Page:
Commentary

Where Video Ad Creative Needs To Go In 2009

  • by January 6, 2009
While both advertisers and agencies alike are busy obsessing over the right model for playing beyond the banner in social networks like FaceBook, one has to wonder whether or not they've simply given up caring about video ad formats.  Last I clicked, they still seem to be content just running cutdowns of :30 TV commercials as awareness toppers to their already shrinking TV budgets.

Is this sheer laziness?  Is it genuine distraction, caused by anything labeled "social"? Or something we've all just become content to live with?

In this creative's view, 2009 has to be the year that ad-sponsored online video goes somewhere new.  We need to quit relying solely on the backend plumbers and technologists who just add more functionality to video windows -- and, instead, start focusing on the poetry part of the video business: new video narrative structures and applications that will help move the space forward.

Despite those who think we're in for a video slowdown along with every other form of digital media spend, there's still room for lots of innovation around video ad units before we all advise our clients that chasing friendships in social networks is the next Holy Grail. 

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Here are three examples of using video differently, each of which, you can be sure, will make more of an impression than your average pre-roll:

1)      Video clips in email: Instead of the numerous links to video and posts to video links that appear everyday on your phone, in your email, on your Facebook page, etc., isn't about time we let consumers start editing their own favorite content clips and then actually EMBED THE CLIP into email rather than just sending a link?  Admittedly, HULU comes close by allowing consumers to edit their own clips and forward a link.  But think how much more powerfully you could make your point by punctuating it with say, a clip of Jack Nicholson's immortal line from "A Few Good Men": "'Are we clear?' I said, ‘ARE WE CLEAR?'"  Last time I checked, email was still far and away the most popular activity on the Web.  Just imagine if we figured out a way to start embedding video into email without it being blocked and concurrently found a way to charge per clip use. How much could we put email on steroids and content clips on ecommerce?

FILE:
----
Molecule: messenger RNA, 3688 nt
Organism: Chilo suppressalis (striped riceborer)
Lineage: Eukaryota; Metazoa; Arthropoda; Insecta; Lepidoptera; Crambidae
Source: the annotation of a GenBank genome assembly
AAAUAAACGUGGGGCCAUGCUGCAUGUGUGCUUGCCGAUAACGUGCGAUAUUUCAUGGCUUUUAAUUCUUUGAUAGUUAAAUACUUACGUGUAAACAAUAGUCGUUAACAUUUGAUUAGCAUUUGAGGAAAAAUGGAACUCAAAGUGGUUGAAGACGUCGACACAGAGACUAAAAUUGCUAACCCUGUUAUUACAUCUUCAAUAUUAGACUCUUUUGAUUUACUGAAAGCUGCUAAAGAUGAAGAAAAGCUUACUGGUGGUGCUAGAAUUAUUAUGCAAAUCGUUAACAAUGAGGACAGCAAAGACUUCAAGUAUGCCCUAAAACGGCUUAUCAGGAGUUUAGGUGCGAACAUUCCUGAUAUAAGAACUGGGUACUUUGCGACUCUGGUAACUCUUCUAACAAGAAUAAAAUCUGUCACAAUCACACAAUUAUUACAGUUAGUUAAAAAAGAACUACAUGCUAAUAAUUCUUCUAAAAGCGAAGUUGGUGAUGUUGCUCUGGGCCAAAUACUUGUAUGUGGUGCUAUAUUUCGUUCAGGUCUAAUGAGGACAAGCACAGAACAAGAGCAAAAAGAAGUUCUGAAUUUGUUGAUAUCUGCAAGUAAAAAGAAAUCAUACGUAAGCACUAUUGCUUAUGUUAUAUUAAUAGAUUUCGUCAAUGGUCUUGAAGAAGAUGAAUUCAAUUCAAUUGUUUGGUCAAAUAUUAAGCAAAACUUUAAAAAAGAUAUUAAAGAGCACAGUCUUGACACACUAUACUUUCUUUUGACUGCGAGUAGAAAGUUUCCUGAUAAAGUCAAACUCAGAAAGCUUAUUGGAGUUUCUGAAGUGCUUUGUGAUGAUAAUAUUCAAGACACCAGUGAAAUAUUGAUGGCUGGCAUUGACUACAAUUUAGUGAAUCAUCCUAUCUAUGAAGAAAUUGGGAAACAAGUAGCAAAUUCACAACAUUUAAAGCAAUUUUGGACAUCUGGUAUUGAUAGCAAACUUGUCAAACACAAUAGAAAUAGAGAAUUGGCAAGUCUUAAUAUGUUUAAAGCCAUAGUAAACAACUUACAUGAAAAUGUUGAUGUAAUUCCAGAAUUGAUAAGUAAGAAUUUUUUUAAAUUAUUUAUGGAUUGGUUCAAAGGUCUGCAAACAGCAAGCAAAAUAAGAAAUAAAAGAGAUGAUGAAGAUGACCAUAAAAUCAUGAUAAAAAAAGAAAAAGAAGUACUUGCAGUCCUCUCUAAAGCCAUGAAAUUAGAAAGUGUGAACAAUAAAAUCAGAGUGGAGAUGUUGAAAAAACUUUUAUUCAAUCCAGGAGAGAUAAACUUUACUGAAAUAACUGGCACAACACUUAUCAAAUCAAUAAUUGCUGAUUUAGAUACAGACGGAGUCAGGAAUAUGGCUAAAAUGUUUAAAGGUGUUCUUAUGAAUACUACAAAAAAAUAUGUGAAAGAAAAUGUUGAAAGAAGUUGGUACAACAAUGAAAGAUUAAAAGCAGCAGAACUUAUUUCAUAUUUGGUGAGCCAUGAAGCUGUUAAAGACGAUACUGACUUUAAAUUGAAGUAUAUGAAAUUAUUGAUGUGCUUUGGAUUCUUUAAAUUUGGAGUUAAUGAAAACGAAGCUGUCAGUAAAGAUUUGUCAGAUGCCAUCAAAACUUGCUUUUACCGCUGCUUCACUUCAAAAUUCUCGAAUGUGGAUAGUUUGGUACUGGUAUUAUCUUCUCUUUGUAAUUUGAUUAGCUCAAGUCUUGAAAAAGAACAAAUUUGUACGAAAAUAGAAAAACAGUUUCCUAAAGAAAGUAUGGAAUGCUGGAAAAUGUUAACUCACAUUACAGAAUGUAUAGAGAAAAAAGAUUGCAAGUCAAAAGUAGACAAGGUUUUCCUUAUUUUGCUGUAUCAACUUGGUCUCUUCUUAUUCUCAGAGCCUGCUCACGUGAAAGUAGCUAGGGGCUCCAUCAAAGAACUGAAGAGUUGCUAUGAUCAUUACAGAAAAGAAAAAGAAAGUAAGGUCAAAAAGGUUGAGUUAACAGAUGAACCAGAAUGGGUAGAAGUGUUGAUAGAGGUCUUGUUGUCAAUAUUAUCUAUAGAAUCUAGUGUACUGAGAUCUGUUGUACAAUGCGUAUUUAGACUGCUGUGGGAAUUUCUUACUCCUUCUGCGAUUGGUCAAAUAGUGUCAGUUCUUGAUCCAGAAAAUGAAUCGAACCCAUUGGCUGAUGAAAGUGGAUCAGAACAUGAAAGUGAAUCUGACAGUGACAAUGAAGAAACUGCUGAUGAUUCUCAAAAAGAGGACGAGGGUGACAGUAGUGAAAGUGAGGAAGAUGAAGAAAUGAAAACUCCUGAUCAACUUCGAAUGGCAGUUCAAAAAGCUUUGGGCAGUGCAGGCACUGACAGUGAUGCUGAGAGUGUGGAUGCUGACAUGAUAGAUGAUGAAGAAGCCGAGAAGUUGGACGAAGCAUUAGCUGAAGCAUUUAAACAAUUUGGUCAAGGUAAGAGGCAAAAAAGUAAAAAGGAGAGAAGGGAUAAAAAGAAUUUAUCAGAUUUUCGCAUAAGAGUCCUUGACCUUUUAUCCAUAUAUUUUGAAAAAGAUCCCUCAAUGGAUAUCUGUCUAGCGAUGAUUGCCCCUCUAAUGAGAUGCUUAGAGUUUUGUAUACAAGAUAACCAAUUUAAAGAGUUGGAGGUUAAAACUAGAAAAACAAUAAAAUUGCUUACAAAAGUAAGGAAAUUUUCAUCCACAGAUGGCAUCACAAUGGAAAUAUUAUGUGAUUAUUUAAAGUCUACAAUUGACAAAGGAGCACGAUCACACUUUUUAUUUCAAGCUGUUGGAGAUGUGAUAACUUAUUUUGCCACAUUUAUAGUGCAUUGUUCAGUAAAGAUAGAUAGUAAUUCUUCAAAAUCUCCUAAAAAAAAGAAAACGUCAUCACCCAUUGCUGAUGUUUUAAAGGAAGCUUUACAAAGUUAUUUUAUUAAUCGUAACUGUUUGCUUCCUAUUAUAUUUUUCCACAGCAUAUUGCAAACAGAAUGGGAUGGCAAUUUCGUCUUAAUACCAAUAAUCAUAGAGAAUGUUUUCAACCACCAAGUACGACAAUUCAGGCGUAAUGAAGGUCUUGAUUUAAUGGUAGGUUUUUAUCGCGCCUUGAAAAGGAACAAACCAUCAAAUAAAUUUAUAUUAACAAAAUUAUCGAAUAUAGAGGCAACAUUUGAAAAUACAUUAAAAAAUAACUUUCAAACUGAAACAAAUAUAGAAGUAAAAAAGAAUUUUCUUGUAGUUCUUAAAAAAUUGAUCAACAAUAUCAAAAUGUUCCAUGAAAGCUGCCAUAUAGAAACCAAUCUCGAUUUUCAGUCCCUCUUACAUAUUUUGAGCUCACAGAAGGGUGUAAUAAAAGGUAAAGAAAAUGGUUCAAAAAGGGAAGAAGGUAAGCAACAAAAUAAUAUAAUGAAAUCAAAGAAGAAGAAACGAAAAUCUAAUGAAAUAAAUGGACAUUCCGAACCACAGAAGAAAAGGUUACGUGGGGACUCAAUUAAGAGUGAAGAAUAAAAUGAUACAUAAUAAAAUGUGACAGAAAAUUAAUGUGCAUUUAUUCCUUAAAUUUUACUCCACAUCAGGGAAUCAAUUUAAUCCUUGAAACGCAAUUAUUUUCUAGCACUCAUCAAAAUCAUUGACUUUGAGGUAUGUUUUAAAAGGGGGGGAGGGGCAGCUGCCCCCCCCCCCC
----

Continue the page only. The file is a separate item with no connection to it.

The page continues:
2)      Non-linear video: This one makes most creatives' heads spin.  The idea of using a pre-roll primarily to tease and then create different ending narratives based on consumer choice or pre-set business rules (as in Visible World's TV application) is something more akin to gaming narrative than commercial copywriting.  Maybe that's why so few creative agencies have had the courage to go down this multi-forked road.  Samsung's "Follow your Instinct" videos on YouTube begin to demonstrate the engagement possibilities of thinking this way.  We just need more agencies writing and shooting this way -- and the possibilities for advertisers just multiply.